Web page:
Cattle Inventory Report Shows Lowest Cattle Numbers Since 1951Sun, 02 Feb 2014 05:26:49 CST
The U.S. Cattle Inventory Report, including all cattle and calves, was down 2 percent from last year, making 2014 the lowest Jan. 1 inventory of all cattle and calves since the 82.1 million reported in 1951.
Here are some of the highlights of the report that was released on Friday afternoon by USDA:
All cattle and calves, 87.7 million down 2 percent.
Cows and heifers that have calved, 38 million down 1 percent.
Beef cows, 29 million down 1 percent.
Dairy cows, 9.2 million unchanged.
Heifers 500 pounds and over, 18.8 million down 2 percent.
Beef replacement heifers, 5.5 million up 2 percent.
Dairy replacement heifers, 4.5 million unchanged.
Other heifers, 8.7 million down 5 percent.
Steers 500 pounds and over, 15.4 million down 3 percent.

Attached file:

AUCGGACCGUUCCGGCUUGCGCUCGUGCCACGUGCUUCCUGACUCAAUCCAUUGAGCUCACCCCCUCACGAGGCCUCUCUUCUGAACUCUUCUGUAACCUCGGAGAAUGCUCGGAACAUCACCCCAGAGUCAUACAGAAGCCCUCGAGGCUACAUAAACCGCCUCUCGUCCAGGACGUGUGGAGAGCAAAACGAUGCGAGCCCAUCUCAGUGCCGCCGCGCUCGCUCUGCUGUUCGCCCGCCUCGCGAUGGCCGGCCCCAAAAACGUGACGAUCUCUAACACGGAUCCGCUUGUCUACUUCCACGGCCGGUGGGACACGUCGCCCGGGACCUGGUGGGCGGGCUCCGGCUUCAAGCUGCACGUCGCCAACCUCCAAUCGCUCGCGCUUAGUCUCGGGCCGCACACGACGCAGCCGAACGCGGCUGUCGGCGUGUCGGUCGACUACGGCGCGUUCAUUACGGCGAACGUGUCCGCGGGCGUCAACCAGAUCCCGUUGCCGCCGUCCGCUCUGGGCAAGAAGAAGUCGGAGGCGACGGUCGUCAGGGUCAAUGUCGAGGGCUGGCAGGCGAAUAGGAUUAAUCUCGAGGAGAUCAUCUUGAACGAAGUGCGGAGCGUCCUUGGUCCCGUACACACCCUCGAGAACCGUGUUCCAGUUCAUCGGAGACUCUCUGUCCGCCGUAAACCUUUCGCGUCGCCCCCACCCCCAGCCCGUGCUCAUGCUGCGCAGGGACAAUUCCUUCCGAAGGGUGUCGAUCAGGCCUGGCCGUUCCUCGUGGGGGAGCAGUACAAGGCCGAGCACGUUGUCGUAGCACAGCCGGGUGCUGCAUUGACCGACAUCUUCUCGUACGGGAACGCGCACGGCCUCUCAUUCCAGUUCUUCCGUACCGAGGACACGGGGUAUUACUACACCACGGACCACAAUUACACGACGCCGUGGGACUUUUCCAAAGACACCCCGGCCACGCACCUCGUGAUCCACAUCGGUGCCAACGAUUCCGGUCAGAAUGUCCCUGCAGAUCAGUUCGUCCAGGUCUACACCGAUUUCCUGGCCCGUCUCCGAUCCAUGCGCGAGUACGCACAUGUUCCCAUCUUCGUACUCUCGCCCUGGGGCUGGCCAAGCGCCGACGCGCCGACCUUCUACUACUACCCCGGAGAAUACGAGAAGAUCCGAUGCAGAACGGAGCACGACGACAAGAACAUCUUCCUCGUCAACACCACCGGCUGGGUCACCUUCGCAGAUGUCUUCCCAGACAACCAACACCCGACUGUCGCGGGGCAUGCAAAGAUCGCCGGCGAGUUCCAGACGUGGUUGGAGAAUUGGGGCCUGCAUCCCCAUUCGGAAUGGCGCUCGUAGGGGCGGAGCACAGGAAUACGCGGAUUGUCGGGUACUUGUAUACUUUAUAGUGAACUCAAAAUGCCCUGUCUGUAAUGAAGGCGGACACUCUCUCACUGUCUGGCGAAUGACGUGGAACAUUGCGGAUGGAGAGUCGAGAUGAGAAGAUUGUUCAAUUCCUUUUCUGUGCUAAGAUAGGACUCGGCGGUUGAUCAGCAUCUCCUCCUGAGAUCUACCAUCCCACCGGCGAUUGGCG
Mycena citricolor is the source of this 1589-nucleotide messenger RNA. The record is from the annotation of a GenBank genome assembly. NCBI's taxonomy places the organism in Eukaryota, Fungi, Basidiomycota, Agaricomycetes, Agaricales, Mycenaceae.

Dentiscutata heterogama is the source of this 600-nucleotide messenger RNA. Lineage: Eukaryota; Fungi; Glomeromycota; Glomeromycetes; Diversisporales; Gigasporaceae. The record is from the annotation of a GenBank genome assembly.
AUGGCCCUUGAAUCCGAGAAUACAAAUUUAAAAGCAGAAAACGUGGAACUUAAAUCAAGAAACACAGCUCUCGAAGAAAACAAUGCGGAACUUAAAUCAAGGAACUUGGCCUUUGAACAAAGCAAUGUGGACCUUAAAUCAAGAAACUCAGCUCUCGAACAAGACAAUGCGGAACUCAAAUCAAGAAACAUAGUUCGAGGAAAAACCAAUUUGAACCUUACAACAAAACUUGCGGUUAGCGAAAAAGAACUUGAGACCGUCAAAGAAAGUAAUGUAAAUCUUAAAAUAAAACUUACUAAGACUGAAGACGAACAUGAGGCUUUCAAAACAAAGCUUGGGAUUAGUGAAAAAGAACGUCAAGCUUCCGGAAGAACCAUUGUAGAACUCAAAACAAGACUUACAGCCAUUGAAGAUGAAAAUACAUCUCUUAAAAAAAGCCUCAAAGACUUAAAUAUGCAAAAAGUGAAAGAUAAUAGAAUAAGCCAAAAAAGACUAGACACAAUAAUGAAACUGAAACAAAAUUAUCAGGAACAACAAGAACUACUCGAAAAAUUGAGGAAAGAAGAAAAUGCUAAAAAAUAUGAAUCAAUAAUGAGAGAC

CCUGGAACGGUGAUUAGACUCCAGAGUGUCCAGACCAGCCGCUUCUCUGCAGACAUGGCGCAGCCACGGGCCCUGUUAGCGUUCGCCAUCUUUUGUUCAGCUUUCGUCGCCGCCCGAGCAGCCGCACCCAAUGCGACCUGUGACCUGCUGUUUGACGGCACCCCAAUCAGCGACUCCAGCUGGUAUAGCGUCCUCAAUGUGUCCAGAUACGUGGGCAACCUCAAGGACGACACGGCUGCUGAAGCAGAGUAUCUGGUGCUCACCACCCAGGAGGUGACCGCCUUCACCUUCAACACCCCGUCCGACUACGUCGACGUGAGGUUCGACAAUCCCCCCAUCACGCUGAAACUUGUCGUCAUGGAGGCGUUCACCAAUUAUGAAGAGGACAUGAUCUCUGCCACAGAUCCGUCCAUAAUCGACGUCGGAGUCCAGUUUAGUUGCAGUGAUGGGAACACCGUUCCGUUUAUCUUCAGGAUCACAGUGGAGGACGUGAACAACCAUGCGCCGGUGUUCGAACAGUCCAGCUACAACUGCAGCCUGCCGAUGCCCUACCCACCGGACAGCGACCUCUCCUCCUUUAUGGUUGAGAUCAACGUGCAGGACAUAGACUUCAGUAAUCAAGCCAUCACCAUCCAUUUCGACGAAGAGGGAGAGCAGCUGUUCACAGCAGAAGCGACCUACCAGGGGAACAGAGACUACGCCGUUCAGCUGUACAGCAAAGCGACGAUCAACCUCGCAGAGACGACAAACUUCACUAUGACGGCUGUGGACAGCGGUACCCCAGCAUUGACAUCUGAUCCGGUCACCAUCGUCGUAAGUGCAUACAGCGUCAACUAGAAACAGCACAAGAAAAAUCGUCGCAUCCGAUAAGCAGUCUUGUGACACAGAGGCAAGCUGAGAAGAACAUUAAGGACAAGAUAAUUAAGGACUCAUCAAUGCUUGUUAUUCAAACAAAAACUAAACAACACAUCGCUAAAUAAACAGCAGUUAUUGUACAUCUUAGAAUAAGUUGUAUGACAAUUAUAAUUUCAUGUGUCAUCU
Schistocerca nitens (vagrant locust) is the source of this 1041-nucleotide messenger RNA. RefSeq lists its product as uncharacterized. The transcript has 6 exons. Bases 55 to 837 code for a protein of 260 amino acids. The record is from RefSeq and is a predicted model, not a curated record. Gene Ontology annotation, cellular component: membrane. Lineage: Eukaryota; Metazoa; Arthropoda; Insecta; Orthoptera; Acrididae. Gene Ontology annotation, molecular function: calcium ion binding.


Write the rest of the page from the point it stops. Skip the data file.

Bulls 500 pounds and over, 2 million down 1 percent.
Calves under 500 pounds, 13.3 million down 4 percent.
2013 calf crop, 33.9 million down 1 percent from 2012.
Cattle on small grains pasture in KS, OK and TX, 1.61 million up 20 percent.
With feeder cattle and replacement heifer prices at and above historical levels, the reports shows that 10 million head of heifers are expected to be retained as producing cows. This is a similar scenario as last year. Mother Nature will determine how many of these heifers will be introduced to the cow herd as pasture and range conditions in parts of the west are in need of moisture.
Oklahoma swapped positions with Nebraska again in the total number of beef cows as of January first- and is once again the third largest mama cow state in the country- Texas went below the four million beef cow number to 3.91 million beef cows- off three percent from a year ago, Missouri is the second largest beef cow state at 1.82 Million head- up four percent over a year ago and Oklahoma saw a three percent rise in beef cow numbers to 1.805 million head as of January first. Nebraska and South Dakota round out the first largest beef cow states in the country in this latest report.
Click here for the complete report from USDA.
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